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Proud to be Malaysian
Sunday August 30, 2009
Proud to be Malaysian
By NITHYA SIDHHU
Being thankful and appreciative of the peace and freedom we enjoy in this country each day, is also a form of patriotism.
Patriots are you, me, and thousands of others like us standing firm for our country — William McGinnis
ASK kids at school what patriotism means and they will give you varied answers. The young ones in primary schools will immediately tell you about how much they love the country – they will even draw you a picture that has the Twin Towers or a kampong in it with a group of children in diverse costumes smiling in front of it.
You’ll see the inevitable. Ali with his songkok and samping while Muthu will be coloured in dark-skinned tones. Mei Lee will be the girl in pigtails wearing a mandarin-collared blouse and Aminah will be next to her wearing the familiar baju kurung. You might see Mala in a sari too. To the primary school-goers, this is Malaysia — a melting pot of races, lots of good food to eat, kampong scenery or towering architectural buildings.
With colours bright and attractive (the red, blue, yellow and white of the flag will be unfailing choices!), Malaysia will be represented either in this manner or with the green of the rainforest and huge rafflesia in the background.
Sweet will be the picture and vibrant will be the tone.
The young keep their love for their country simple – their message is clear – they love this country – along with its food, culture, races, progress and tourist spots.
Ask an older school-going teenager and he’ll probably spout the usual model answer too. But, he will also be more questioning – “Why didn’t my brother get the PSD scholarship? He scored all A’s, didn’t he? Why do I have to go for the national service programme? Why do we have to study History?
Some Malay boys will be all of fifteen years old but their Islamic Studies teacher is bound to complain that they barely know their basics. There may be some amongst them who might be wasting precious time smoking and fooling around without having time for their daily prayers.
Some Chinese boys will claim that they are Buddhists until you find out they hardly know the tenets of Buddhism.
While you see some Indian boys coming to school with ash-smeared foreheads, there are others who don’t even go to temple on Fridays, or know that Lord Ganesh is the ‘remover of obstacles’.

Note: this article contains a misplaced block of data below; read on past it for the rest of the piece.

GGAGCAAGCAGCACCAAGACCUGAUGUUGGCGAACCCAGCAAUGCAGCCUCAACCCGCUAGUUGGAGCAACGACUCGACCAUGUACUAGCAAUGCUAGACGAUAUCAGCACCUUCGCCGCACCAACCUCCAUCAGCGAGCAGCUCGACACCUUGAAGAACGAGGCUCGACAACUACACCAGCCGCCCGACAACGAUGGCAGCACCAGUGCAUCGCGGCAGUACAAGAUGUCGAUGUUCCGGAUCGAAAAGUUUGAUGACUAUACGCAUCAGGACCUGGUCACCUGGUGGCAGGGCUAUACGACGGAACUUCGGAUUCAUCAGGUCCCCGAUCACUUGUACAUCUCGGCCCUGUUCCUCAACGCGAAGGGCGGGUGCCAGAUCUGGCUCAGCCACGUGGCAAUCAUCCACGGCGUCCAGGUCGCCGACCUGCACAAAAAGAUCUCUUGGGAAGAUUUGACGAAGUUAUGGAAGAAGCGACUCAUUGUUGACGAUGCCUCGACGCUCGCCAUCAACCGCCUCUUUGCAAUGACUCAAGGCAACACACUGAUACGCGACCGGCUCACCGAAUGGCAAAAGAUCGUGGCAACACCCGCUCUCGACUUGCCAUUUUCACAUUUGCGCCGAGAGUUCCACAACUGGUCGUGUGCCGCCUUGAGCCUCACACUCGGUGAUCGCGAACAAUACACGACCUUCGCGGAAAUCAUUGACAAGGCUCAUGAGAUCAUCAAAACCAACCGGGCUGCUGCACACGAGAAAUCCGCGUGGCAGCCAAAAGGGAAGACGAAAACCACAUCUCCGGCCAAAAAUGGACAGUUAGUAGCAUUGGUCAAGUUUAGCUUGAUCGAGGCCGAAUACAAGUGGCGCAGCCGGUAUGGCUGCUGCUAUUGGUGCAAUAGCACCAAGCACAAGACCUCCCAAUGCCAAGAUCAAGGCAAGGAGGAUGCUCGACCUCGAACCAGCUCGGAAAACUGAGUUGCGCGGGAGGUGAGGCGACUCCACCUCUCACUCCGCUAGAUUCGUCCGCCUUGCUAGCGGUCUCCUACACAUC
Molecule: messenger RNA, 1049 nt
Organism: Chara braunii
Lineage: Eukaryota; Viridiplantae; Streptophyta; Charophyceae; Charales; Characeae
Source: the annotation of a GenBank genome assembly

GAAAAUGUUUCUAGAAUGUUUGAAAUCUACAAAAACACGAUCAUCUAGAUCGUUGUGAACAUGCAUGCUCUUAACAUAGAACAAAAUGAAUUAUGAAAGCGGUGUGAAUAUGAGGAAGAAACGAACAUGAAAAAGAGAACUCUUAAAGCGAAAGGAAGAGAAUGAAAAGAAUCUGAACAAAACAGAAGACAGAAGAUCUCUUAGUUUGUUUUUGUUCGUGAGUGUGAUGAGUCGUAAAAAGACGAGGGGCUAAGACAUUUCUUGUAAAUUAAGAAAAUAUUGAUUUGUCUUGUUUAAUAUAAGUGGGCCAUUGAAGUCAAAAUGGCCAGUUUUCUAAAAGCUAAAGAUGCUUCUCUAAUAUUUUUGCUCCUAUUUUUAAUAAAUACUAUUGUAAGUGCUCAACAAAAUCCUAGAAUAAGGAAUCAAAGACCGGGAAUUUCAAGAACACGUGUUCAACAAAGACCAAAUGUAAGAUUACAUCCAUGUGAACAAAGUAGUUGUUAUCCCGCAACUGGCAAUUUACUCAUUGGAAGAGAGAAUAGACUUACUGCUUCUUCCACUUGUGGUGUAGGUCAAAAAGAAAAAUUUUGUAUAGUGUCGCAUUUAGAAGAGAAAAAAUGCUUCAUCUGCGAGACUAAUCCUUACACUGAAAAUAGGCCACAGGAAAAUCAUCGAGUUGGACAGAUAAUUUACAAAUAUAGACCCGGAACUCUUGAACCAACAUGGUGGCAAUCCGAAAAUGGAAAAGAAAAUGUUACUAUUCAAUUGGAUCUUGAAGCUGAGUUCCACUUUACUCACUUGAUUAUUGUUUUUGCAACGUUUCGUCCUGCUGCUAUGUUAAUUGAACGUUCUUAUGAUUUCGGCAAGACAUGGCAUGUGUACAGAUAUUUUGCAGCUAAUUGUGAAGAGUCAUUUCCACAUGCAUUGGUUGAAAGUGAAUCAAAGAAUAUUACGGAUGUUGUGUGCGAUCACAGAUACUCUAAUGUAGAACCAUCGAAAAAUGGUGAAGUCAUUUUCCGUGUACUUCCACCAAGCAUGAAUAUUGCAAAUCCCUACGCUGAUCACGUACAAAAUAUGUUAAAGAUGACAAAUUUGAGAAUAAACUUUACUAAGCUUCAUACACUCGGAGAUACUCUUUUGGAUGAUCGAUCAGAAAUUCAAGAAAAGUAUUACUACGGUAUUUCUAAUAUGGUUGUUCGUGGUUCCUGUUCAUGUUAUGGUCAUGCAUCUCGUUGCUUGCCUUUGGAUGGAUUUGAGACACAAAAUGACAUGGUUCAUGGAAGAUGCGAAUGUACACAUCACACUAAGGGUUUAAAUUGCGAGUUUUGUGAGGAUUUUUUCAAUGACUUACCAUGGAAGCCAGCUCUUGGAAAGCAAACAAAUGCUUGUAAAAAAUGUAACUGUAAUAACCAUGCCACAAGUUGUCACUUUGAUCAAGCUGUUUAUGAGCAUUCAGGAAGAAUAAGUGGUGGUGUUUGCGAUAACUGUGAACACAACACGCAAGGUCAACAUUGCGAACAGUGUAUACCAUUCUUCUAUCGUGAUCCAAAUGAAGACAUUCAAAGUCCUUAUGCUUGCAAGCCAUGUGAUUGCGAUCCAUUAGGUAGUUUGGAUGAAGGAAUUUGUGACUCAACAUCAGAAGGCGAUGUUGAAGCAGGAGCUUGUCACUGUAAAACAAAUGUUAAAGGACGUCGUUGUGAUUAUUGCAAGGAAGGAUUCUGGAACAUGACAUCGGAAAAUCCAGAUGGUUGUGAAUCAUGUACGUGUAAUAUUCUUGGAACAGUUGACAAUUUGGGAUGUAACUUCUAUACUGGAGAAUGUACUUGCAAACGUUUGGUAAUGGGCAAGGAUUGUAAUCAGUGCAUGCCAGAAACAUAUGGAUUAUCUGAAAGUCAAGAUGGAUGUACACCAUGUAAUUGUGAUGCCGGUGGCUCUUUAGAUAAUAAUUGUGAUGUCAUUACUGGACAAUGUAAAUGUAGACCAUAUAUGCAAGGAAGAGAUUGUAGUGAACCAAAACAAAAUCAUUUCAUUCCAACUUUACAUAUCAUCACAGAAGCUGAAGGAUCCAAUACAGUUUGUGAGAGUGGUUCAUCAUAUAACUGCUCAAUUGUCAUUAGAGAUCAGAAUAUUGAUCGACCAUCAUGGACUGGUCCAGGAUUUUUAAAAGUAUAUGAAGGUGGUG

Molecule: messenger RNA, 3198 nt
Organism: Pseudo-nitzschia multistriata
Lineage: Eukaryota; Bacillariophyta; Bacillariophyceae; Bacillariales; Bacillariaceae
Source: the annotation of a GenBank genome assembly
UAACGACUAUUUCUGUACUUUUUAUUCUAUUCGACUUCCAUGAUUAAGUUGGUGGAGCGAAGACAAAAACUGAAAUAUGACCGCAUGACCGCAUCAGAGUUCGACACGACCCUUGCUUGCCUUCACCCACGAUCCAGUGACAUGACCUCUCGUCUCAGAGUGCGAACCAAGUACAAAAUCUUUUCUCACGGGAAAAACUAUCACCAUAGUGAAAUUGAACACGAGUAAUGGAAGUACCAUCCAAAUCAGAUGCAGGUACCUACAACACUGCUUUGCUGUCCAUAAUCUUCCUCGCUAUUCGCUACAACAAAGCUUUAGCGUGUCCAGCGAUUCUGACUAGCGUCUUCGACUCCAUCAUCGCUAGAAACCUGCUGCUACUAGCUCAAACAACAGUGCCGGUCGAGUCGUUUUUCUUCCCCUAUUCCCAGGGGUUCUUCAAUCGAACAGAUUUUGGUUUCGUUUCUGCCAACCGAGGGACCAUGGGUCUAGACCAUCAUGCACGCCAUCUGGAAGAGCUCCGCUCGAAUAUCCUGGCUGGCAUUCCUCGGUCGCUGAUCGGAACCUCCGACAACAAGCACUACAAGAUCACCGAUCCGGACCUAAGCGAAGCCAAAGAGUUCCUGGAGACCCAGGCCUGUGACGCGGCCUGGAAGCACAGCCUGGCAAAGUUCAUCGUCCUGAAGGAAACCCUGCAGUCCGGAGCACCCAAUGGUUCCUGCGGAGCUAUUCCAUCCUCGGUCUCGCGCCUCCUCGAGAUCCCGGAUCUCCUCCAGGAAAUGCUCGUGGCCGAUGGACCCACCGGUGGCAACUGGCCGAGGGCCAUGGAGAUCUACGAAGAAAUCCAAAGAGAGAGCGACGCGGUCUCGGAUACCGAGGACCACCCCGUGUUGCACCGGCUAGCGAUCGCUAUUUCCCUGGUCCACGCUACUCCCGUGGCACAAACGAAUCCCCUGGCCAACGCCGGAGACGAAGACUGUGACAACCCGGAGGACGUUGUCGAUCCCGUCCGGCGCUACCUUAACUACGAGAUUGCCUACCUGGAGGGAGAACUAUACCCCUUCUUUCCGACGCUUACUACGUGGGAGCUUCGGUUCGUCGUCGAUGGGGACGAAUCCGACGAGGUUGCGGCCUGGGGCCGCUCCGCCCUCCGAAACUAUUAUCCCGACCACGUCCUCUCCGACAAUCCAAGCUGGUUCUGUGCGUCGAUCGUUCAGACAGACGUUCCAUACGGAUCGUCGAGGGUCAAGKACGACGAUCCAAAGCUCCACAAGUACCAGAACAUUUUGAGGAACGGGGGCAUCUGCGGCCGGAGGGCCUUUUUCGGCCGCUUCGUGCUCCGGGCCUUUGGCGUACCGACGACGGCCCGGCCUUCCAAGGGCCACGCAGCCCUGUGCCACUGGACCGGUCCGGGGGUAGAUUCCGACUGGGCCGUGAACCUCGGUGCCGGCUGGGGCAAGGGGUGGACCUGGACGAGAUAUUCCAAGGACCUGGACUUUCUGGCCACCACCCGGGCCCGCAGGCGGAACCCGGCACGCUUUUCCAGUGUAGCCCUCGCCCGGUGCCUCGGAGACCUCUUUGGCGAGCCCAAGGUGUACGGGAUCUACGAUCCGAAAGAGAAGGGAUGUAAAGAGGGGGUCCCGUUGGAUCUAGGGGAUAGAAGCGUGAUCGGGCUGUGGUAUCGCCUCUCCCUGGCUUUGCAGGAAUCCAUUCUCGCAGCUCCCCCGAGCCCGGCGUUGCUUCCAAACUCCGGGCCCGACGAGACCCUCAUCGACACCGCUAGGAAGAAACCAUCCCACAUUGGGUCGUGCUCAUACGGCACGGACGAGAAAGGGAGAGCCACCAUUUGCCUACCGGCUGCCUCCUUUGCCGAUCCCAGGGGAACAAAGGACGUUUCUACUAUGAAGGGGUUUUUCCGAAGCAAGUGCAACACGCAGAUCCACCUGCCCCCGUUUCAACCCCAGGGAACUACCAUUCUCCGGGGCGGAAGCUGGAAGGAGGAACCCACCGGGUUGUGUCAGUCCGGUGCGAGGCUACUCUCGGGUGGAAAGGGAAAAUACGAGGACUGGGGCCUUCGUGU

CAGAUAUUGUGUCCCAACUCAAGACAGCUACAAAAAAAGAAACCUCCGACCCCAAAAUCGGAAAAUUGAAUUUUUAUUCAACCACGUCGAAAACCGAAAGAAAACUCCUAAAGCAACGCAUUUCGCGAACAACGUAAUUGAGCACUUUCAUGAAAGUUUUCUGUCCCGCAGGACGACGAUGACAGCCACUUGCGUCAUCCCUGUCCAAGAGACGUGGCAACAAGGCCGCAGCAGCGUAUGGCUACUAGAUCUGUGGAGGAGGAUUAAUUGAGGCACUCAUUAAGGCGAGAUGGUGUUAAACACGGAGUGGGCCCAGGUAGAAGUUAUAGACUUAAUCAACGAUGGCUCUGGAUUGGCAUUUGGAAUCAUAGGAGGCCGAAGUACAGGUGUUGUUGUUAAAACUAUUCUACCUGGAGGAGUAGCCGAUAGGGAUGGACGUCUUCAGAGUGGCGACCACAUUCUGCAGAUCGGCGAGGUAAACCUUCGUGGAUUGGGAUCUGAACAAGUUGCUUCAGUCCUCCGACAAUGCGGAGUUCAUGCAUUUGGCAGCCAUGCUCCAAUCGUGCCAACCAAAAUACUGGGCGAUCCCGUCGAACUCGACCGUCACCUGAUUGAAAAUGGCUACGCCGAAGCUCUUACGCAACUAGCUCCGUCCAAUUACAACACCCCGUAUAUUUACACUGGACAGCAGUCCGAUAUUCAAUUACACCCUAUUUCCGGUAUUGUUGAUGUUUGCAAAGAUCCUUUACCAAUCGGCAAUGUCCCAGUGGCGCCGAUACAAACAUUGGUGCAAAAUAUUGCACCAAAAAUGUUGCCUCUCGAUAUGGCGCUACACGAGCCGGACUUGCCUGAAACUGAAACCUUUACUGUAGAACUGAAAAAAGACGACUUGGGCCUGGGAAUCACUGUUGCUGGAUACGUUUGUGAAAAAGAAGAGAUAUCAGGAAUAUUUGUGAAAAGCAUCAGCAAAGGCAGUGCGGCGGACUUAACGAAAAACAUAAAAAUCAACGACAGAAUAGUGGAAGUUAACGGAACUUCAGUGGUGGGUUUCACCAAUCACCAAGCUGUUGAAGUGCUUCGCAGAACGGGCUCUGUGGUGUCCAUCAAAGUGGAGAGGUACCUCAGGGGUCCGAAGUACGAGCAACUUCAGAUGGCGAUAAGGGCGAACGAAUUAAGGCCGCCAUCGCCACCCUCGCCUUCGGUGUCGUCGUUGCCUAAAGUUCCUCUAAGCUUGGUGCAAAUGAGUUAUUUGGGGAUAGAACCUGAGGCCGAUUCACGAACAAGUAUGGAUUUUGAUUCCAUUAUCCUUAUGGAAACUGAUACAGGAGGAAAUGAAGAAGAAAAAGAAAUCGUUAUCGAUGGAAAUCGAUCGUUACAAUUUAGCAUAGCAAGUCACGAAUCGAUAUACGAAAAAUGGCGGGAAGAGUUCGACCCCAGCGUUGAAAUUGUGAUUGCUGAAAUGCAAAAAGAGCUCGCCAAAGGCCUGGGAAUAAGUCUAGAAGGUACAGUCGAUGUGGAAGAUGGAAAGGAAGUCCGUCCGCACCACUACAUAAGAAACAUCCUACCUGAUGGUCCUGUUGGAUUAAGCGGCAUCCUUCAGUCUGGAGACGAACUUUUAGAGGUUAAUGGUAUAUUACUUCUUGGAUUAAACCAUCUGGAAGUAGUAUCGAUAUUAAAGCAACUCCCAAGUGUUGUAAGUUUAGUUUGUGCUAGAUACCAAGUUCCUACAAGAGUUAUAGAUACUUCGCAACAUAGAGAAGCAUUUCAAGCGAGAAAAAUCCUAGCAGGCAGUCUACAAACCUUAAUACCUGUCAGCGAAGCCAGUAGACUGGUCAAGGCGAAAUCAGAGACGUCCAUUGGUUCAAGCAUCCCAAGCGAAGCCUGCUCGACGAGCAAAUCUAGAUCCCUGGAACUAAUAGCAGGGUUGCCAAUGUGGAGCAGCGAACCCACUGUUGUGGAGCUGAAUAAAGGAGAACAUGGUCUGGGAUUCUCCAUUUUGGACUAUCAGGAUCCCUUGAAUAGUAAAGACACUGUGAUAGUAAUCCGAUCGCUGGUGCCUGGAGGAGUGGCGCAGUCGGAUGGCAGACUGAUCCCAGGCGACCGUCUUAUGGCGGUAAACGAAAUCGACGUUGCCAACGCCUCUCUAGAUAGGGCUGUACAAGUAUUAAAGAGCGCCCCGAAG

Talk about patriotism and some students are confused. Is religion in Malaysia an identifiable part of patriotism?
If you’re a Malay school girl or teacher, the head scarf is such a given that some students think it is a Malaysian thing.
But many do realise that the religion you practise has nothing to do with patriotism – yet, when they talk about patriotism, they throw religion in for good measure.
So, what is patriotism?
They talk about the broad matters, about revolutionary heroes, about Merdeka Day parades, about soldiers, about politics – but they don’t talk about what’s going on inside them – the feeling they have for this country, the loyalty they ascribe to, the pride they take in being Malaysians, or, what they would be willing to do for their country.
A patriotic act is “any selfless act that directly benefits the nation”, according to Word.IQ.com.
It states that displaying the national flag, singing the national anthem, participating in a mass rally, placing a patriotic bumper sticker on one’s vehicle, or publicly proclaiming one’s allegiance to the nation in any appropriate way, are all acts of patriotism.
In Malaysia, the symbolic display of patriotism is particularly felt in August in schools with Merdeka Day competitions, speeches, songs, ceremonies and other events.
What these festivities aim to do and often achieve, is to make students realise how proud they can be of the fact that they are Malaysians living in a peaceful nation; a nation that values educational progress and which counts on its young to become the leaders of change tomorrow.
All they need to do to keep this country’s flag flying high, is to be the best they can be, and foster the true Malaysian spirit for now and the future.
My only concern is for students who are driven by materialism and are cold inside. Since they have neither felt the ravages of war nor have been called upon to fight for their country, since they were born in a free nation and taken its freedom for granted; since the life they lead has little to do with servitude to the nation; since their minds are caught up mostly with studying with an eye on making good money in the future; since their parents highlight the negative instead of the positive, since they too have got into the habit of griping rather than appreciating – they therefore give little thought to what it means to be a patriotic Malaysian. They take but they do not give.
Writer William McGinnis says this of patriotism – that it should be “alive in our hearts and active in our lives every day.” For our young Ma
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